How To Keep Score
How To Golf with Kathryn Newton: How to keep score
Released on 3/3/2016
If you're new to the game or just getting back into it
you might not remember how to keep score.
And that's okay.
I'll give you the basics and you should
have it down pat in no time.
But, before I tell you how to score in golf,
let me be the first to say that you don't have to.
Some of the best rounds are the ones
where you don't worry about what you shoot,
you just put the scorecard away,
hit the ball, and enjoy the day.
Okay, so the simplest way to explain scoring
is that you have to count up how many times
you tried to hit the ball in order to get it
in the cup on each hole.
Notice I said tried, that means even if you swing and miss,
as long as you were trying to hit the ball,
it counts as a stroke.
Sorry, rules are rules.
Once you finish the hole, find the hole in the scorecard
and write down the number of strokes it took you to do it
in the corresponding box.
And once you're done with your round,
add up the scores from each hole
and that's the score for the round. Simple, right?
So, you might have heard of terms like
birdies and bogeys and eagles and pars.
You don't have to worry about that,
but if you're curious a birdie is a term given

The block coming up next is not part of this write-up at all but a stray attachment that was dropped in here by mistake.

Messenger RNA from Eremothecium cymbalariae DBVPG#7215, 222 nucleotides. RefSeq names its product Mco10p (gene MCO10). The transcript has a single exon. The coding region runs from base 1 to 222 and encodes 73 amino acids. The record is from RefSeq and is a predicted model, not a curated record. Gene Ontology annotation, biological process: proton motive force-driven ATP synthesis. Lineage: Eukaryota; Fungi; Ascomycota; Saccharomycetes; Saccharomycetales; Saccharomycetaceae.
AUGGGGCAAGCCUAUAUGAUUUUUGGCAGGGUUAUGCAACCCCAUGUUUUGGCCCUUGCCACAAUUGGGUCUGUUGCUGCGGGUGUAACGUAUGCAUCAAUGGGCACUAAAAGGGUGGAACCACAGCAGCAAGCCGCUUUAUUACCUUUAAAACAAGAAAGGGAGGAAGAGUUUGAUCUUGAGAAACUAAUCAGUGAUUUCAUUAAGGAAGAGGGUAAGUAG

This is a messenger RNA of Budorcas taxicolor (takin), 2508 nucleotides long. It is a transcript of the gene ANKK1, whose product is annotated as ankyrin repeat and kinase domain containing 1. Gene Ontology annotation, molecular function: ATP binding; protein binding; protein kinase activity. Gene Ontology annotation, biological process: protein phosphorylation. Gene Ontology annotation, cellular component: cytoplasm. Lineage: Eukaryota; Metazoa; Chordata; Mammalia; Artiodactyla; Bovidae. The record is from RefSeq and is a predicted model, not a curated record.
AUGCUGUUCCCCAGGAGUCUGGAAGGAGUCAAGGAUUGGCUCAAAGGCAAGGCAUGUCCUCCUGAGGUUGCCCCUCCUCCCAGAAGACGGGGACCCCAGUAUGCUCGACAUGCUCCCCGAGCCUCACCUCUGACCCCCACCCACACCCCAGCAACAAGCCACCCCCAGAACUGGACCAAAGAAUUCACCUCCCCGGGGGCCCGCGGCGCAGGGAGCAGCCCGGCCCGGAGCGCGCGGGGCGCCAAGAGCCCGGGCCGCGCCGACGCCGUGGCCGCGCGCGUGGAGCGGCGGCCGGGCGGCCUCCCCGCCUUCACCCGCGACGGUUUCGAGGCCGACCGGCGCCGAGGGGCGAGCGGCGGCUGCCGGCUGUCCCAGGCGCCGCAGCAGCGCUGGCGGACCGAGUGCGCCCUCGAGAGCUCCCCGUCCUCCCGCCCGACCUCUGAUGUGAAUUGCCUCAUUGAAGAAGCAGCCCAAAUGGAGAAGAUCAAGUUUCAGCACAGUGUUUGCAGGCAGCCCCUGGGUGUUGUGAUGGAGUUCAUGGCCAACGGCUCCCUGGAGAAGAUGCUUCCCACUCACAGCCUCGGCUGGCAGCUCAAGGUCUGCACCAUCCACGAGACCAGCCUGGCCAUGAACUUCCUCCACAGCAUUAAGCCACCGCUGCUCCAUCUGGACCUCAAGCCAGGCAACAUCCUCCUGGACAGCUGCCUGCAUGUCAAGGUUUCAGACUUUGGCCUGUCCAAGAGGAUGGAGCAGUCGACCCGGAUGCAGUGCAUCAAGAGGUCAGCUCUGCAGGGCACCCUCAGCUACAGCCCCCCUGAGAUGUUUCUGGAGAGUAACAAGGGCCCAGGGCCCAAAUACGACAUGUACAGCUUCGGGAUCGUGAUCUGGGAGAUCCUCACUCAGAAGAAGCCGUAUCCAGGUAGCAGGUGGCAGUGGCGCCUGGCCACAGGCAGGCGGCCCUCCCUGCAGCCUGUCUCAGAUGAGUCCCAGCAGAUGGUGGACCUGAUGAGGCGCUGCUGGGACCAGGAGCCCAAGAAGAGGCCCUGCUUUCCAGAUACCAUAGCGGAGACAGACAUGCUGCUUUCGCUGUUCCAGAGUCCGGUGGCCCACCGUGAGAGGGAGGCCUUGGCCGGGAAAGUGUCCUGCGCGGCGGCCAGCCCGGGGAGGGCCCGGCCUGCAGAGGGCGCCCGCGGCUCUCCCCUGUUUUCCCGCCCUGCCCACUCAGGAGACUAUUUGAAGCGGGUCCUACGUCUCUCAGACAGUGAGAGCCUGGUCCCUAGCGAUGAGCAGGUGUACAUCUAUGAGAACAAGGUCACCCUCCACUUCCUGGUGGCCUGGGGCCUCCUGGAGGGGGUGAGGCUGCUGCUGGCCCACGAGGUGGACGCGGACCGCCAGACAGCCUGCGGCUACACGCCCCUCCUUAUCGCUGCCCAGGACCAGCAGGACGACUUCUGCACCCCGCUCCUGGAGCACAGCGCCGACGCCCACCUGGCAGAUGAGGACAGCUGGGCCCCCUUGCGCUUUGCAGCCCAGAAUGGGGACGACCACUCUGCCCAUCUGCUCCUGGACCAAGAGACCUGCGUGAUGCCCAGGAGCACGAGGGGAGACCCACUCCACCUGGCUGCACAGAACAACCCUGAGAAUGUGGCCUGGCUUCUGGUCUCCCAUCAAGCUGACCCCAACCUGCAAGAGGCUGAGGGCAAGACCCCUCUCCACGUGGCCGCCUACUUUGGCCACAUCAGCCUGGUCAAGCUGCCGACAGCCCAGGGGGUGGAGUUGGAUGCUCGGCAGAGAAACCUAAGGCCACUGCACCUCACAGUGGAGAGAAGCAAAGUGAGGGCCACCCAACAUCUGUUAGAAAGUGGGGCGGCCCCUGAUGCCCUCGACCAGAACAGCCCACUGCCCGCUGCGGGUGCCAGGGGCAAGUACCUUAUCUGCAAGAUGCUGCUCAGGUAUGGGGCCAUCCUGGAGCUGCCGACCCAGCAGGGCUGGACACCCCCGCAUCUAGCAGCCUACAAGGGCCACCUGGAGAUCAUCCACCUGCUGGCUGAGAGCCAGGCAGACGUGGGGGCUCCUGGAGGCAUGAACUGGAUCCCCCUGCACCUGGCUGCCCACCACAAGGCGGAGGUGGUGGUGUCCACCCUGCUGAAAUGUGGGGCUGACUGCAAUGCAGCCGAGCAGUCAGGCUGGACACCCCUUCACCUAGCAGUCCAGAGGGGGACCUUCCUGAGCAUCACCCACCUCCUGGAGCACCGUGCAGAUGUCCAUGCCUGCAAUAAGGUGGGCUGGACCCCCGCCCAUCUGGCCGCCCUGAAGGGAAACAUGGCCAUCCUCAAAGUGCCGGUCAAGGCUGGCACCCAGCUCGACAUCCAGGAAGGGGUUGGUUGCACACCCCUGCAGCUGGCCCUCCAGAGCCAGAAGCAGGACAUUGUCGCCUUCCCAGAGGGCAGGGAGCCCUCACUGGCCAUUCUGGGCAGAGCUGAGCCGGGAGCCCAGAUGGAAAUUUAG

for finishing a hole exactly one less stroke than is noted
by the hole's par designation.
In other words, if you only take two strokes on a par three,
you've birdied a hole.
I like birdies, and eagles even better.
That means you finished a hole in two strokes
less than a hole's par.
A par is exactly what it means, and it's a good thing.
If you take five strokes on a par five
you did your job and you did it well.
Even a bogey, which is one more stroke than par,
isn't that bad.
Make 18 bogeys in a round and you'll shoot 90
and that's better than most golfers ever do.
If you know the basics of golf scoring,
you're ready to decide what type of golf
you and your buds will be playing.
There are two ways to play competitively
against another golfer or golfers,
Stroke play and Match play.
Stroke play simply means that the golfer
who takes fewer strokes to complete the 18 holes, wins.
If I shoot 98 and you shoot 97, you win.
Match play is a little more complicated.
What you're trying to do is finish each hole
in a fewer amount of strokes than your opponent.
Every time you do that, you win the hole.
If you win more holes than your opponent,
you win the match.
And that means a Match play round can end
before you reach the 18th hole, I'll give you an example.
Say you've won eight holes and your opponent has won five.
You'd be three holes up on him or her, right?
Well, if you're still three up
and there's only two holes left,
then there's no way he or she can beat you.
You win! Nice going.